Saturday 11th May 2013 ko 15.00
North Berkshire League Division 5
CHALLOW FC 1 (McGowan 74)
BENSON LIONS RESERVES 2 (Swales 21 46)
With an invite received from Long Wittenham FC to attend their end-of-season barbecue and watch the FA Cup final I needed to be somewhere nearby. I then realised there’s a club in the NBFL I’ve mentioned a few times, but knew nothing about, and that’s Challow.
There are only 3 first XI’s in the NBFL’s bottom division, so when on the last NBFL groundhop we featured Uffington United, I had a choice of either Challow or Appleton as the opposition. I plumped for Appleton, as I know them well, and have a soft spot for the gallant battlers that lose almost every week. The trouble is they were losing really heavily at the time, and there was concerns that the team wouldn’t be up for a beating in front of a large crowd. So Challow were on standby just in case, but as it transpired Appleton were happy to play, and made a lot of friends despite losing 12-0 on the night, as they didn’t ever give up. They will feature on a future hop, as will Challow, if for no other reason than just look at these pictures!
East Challow is a small village a mile or so west of Wantage. It’s cricket ground dominates, to the extent that its used for some Oxfordshire Minor Counties fixtures. There’s also the parish church of St. Nicolas to visit. It was a Norman building of the 12th century, but the font and some masonry of the nave are now the only features surviving from this time. In the 13th century the chancel was rebuilt and the bell-cot and three-bay north aisle added. The Decorated Gothic south chapel was added early in the 14th century.
East Challow Rec’ is tucked away down a track off Hedge Hill Road, behind the local school. I parked up, started to walk down and stopped. I simply had to fire up the camera and record the simply stunning view. I reflected that I’d been a bit worried about the fixture actually taking place; Benson Lions are the team from the RAF base so if too many players are called away, the first team takes precedence so reserve games do have a tendency to get called off. You can’t really argue with a postponement due to the team being in Afghanistan!
I did have a bit of a steer on this one! With Benson Lions hosting the first game on this years NBFL hop I’d had a chat with club chairman Jon Radcliffe the previous evening. We talked about the arrangements for getting 150-200 hoppers through security at the base, it will definitely pay to have pre-booked ticket and be on the coach for this one, and he also confirmed that there would be enough players available for the reserves to fulfil their last game of the season.
That fact pleased Challow no end, as the two sides they’ve enjoyed the company of most this season has been Berinsfield Reserves, and the Lions. They’d decided to lay on some hospitality for the Lions at the manager’s pub, as “For all those lads do for our country its the least we can do…” A classy touch by a classy club.
Challow FC or Challow United, go back a long way, over a hundred years in fact. They folded a couple of years ago, over unpaid league fines and general apathy, but returned this season with a new team. There isn’t much to the ground, just a small changing room block and a fallen tree shaped so as to provide a seat. But what a view there is, with the Vale of the White Horse stretching out towards Faringdon and beyond. The club have tried to improve their lot. Some houses are being built on the edge of the village so the club lobbied for a new clubhouse as part of the planning gain. That gambit failed but there will be a new kit for the team for next season!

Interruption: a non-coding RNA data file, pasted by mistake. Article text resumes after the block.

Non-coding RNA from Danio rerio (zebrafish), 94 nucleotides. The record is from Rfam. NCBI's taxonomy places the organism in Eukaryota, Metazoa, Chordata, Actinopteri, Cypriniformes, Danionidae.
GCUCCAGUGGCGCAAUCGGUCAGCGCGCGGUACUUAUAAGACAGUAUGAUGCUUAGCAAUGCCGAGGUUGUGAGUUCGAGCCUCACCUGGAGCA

Challow started the season brightly and were top in September. Since then, results have rather tailed off, and going into this one they were seventh from twelve. And in all honesty they never looked like winning this one. The Lions were just that little bit stronger and smarter from the moment they scored their first, direct from a free kick from an acute angle. In fact it soon transpired that Challow’s best chance lay with the visitors lack of numbers, they had just the one substitute, he was used at half time, and throughout the second half players went down and were forced to carry on but as passengers.
It was fortunate that the Lions scored the second half early on in the second half, a penalty following one of those challenges that gives managers sleepless nights. It proved to be sufficient for the win, despite Challow’s Eammon McGowan wriggling through to reduce the deficit.
The standard wasn’t high, but what do you expect at this level? NBFL chairman Leroy Paddock popped over to see young referee Thomas Kelly who he mentors. Young Thomas had a fine game, Leroy’s obviously taught him well, and it was good to catch up with Leroy, who’s a thoroughly decent chap.
It summed a convivial afternoon’s entertainment, and it wasn’t long before I was at Bodkins field, for Long Wittenham’s barbecue. What better to watch the FA Cup final than at a grass roots clubhouse with a grilled burger, a £2 pint of real ale, and the North Berks Cup. Well done lads, and to everyone else, you’ll love the place come September!